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Home / News / Church & Ministry / Sean Feucht worship event sees Antifa terrorist get saved
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Sean Feucht worship event sees Antifa terrorist get saved

The attack by Antifa last weekend on a Portland prayer and worship gathering held by Sean Feucht made national headlines. What wasn’t reported in the secular media is that Feuecht, founder of Hold the Line, reports that a member of Antifa accepted Christ at the “Let Us Worship” rally.

Antifa stood 10 feet from me as we lifted our voices in praise, but we didn’t back down,” Feucht posted to Instagram on August 9. “One member of Antifa who came to disrupt our service was saved by giving his life to Jesus.”

Antifa is the fascist domestic terrorist group that claims to be “anti-fascist” in its attacks on Christians, Republicans, the elderly, police officers, federal buildings and white-owned businesses in the cities where it operates.

The group, which typically wears all black and combat gear, was allowed to attack the event after Portland police were ordered not to intervene.

Feucht and the “Let Us Worship” rallies have drawn praise from Christian leaders across the nation for engaging young people in a way that few churches or ministries can. The gatherings have also become the target of cable news outlets and social media critics for gathering people without masks. But while most of those who attend without masks or social distancing, local health officials in all of the cities where they’ve taken place have not reported an increase in Covid cases.

So while some call them foolhardy, others say it’s miraculous.

For its part, the organization and Fuecht say they take safety into consideration. Local media, as in when they held an event on the Plaza in Kansas City, criticized the gathering as being a “super-spreader” event, without any evidence.

Mainstream media took note of the events, reporting on the miracles and revival while criticizing those who participated. Lauren Daigle, who sang at one such rally after driving by, was even booted from DICK CLARK’S ROCKING NEW YEAR’S EVE broadcast after the mayor of New Orleans complained about Daigle’s participation.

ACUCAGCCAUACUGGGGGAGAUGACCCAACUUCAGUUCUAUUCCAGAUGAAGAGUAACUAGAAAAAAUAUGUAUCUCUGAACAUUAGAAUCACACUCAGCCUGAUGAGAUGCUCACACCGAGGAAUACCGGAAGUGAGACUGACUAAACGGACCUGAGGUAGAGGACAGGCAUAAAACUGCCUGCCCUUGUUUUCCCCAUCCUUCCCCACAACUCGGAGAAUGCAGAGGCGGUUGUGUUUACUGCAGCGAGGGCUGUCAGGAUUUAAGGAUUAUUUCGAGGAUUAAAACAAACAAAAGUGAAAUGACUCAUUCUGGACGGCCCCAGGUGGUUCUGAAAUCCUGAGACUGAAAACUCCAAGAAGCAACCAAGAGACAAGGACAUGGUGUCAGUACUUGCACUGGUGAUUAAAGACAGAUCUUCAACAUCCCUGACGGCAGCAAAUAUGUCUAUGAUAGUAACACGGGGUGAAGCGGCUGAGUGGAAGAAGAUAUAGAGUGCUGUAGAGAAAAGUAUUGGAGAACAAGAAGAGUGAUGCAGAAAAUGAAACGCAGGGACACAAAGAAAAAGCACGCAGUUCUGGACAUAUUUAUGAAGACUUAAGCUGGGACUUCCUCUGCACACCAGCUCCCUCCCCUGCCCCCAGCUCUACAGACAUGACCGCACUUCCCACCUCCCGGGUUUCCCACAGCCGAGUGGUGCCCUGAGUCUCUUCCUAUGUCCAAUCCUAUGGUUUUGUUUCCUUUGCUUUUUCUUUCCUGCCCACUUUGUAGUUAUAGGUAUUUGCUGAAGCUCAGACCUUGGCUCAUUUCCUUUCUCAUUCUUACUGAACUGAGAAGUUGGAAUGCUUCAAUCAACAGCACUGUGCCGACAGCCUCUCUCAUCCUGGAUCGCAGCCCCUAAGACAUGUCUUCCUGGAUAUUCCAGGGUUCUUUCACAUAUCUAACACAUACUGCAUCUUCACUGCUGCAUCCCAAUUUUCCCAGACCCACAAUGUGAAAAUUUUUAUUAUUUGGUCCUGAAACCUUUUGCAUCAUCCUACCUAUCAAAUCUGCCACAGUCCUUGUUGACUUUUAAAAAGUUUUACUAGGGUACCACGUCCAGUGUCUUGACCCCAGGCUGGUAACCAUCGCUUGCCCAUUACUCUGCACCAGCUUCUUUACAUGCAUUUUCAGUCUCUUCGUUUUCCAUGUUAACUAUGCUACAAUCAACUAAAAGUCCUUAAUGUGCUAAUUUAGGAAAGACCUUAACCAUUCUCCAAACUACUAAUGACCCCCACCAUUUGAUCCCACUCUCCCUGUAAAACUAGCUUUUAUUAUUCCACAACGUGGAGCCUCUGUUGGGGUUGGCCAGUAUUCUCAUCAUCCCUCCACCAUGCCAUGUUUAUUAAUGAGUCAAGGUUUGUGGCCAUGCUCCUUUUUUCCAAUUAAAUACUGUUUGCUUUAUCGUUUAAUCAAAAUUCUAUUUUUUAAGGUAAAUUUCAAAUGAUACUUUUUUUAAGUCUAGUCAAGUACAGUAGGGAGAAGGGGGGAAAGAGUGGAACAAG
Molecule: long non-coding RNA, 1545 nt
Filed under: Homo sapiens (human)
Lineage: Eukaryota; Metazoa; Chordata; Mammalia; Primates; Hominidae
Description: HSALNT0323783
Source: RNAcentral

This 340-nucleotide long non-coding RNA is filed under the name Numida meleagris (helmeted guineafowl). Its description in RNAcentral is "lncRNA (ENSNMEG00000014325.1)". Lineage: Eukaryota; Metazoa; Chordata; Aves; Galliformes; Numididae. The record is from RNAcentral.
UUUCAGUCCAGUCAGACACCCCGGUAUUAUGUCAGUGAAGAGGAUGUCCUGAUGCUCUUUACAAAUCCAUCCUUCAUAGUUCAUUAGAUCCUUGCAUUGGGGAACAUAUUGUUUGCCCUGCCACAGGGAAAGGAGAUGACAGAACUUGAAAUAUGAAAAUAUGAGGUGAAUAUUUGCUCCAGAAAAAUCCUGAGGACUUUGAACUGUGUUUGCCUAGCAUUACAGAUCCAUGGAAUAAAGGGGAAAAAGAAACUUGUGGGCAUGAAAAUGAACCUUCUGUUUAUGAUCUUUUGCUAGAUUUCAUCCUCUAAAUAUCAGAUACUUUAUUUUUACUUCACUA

Despite the backlash, Feucht continues his rallies and posts updates on his social media profile.

In video captured at the event, the Antifa member can be seen surrounded by others as he is prayed for.

After throwing needles, pills, drugs and more at the crowd, Antifa eventually attacked those gathered as they were exiting the event, according to frequent Antifa reporter Andy Ngô. Antifa eventually threw smoke bombs and tear gas into the crowd.

Fuecht, who is approaching having hosted over 80 events, and those in attendance say they forgive the Antifa terrorists for their response to the outdoor church service.

Brian Tichenor who serves as Director of Team Xtreme International, says the events are a counter to a constant stream of bad news, especially the division in a year marked by a pandemic, riots, looting, racial division and a presidential election.

“We are tired of the crime, the violence, and everything that’s going on. Everybody is against everybody, let’s just come together and worship together,” states Tichenor.

Feucht wrote emphatically on social media of the need to continue to proclaim the Gospel, arguing that “people are scared, addicted, lonely, suicidal and hopeless – AND WE HAVE THE HOPE OF THE WORLD INSIDE OF US!!”

“THIS IS WHY WE CAN’T BACK DOWN” he wrote in all caps.

–Lee Hartman | Metro Voice

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